Patricia Piccinini

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Piccinini's concept of what human-animal hybrids might look like are part of a sculpture entitled The Young Family.
Graham, sculpture, 2016. Piccinini's latest work for the TAC's public safety campaign 'Towards Zero'
Nest, sculpture, 2006. A recent example of Piccinini's 'automotive' works.
Piccinini's balloon "The Skywhale", which was commissioned to mark the centenary of Canberra

Patricia Piccinini (born 1965 in Freetown, Sierra Leone) is an Australian artist who works in a variety of media, including painting, video, sound, installation, digital prints, and sculpture. In 2014 she was awarded the Artist Award by the Melbourne Art Foundation's Awards for the Visual Arts.[1]


According to the Art Gallery of South Australia, Australia:

Piccinini has an ambivalent attitude towards technology and she uses her artistic practice as a forum for discussion about how technology impacts upon life. She is keenly interested in how contemporary ideas of nature, the natural and the artificial are changing our society. Specific works have addressed concerns about biotechnology, such as gene therapy and ongoing research to map the human genome... she is also fascinated by the mechanisms of consumer culture."[2]

The Skywhale was a work commissioned by the ACT Government for its Centenary year. The ABC described the work as a "hot air balloon in the shape of a tortoise-like animal featuring huge dangling udders made from four hectares of nylon." [3] The balloon cost $300,000 and has been the subject of comments made by ACT Chief Ministers Jon Stanhope and Andrew Barr.[4][5]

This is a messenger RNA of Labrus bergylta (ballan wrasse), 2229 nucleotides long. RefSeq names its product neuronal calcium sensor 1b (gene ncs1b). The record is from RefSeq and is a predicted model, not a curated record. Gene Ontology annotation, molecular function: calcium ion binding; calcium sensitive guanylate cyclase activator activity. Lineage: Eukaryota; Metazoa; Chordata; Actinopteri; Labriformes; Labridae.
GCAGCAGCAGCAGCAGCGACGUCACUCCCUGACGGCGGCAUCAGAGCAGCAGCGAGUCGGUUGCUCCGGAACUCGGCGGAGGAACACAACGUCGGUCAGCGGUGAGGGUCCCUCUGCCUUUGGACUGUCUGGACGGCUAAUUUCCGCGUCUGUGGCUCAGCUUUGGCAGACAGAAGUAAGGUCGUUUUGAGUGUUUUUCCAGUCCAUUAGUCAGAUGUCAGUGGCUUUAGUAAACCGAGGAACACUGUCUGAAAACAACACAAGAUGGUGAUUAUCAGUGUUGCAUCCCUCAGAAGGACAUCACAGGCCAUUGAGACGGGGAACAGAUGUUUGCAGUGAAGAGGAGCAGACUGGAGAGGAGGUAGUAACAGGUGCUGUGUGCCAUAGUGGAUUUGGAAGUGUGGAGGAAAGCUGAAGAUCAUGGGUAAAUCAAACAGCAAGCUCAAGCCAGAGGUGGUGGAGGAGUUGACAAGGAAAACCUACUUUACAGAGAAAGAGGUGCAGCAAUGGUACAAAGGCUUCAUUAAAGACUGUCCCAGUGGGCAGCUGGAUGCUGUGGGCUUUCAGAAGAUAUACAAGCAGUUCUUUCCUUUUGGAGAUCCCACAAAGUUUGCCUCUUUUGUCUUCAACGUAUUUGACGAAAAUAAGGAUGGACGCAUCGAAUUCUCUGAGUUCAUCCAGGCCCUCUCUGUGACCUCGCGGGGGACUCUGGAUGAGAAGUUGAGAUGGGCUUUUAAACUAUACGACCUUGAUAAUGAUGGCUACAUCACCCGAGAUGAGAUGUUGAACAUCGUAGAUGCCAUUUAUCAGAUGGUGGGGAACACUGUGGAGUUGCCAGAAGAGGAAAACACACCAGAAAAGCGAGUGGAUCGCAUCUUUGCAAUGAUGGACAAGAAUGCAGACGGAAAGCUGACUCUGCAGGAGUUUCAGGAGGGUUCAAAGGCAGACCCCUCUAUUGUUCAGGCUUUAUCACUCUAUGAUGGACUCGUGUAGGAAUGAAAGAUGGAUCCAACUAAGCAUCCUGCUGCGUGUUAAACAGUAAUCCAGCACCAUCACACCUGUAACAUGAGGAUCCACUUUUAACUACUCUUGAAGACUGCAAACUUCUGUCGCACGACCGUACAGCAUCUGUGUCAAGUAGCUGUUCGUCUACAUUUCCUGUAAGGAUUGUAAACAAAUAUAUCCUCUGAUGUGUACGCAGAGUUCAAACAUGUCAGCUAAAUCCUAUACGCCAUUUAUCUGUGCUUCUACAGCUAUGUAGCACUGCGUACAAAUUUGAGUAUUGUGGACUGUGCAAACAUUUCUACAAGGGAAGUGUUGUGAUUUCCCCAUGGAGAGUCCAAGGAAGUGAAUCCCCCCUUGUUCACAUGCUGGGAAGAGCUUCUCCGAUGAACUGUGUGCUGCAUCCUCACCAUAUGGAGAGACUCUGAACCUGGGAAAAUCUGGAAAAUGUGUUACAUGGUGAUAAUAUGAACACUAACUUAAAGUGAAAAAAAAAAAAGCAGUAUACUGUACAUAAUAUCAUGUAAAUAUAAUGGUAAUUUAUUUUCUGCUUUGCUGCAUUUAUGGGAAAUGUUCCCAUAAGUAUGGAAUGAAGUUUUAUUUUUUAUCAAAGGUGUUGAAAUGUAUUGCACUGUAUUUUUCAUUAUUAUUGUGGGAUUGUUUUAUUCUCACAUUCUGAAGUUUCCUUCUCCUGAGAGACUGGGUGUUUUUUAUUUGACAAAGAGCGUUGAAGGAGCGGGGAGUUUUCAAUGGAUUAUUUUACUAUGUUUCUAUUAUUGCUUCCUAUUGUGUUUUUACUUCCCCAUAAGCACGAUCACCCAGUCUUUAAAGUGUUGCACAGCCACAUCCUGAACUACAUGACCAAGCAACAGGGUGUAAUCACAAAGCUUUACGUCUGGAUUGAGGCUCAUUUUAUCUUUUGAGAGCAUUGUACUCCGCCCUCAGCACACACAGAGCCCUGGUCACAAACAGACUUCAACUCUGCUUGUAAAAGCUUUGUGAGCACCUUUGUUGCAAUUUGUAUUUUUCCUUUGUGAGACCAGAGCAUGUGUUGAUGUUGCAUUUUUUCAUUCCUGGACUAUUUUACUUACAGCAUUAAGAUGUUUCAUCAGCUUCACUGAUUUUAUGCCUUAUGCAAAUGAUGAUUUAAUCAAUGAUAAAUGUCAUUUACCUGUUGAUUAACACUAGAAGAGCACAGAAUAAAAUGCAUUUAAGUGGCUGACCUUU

In 2015 she presented as part of a group exhibition titled Menagerie at the Australian Centre for Contemporary Art, Melbourne.[6]

In a 2014 interview with the Sydney Morning Herald, Piccinini said of her work, "It’s about evolution, nature – how nature is such a wonderful thing, we’re just here to witness it, it’s not here for us – genetic engineering, changing the body." [7] Following her 2014 win in the Melbourne Art Foundation's Awards, she went on to say that:

‘‘The thing about this award on some levels is that my work ... all of it has this first impact, the sort of impact of spectacle. It’s beautifully made, strong, aesthetic, so people are interested in that and it draws them in, and then they get interested in the idea. It takes a while to get to the idea. It’s not easy. So this award says, 'We get it, we get what you’re trying to do, we’ve gone beyond the surface, we can see that there are ideas underneath, and these ideas are about the opportunity for connection’.’’ [8]

In 2016, the TAC commissioned Piccinini to work in collaboration with Dr. David Logan, a Senior Research Fellow at the Monash University Accident Research Centre, and trauma surgeon Dr. Christian Kenfield, for "Project Graham" - as part of the TAC's road safety campaign Towards Zero.[9] "Graham", a lifelike, interactive sculpture, highlights how vulnerable the human body is to the forces involved in auto accidents.[10] As the TAC explains: "Graham highlights the changes we need to make to protect ourselves from our own mistakes on the road. At the centre of this system is the belief that human health is more important than anything else, he is the embodiment of the Towards Zero vision."[11]

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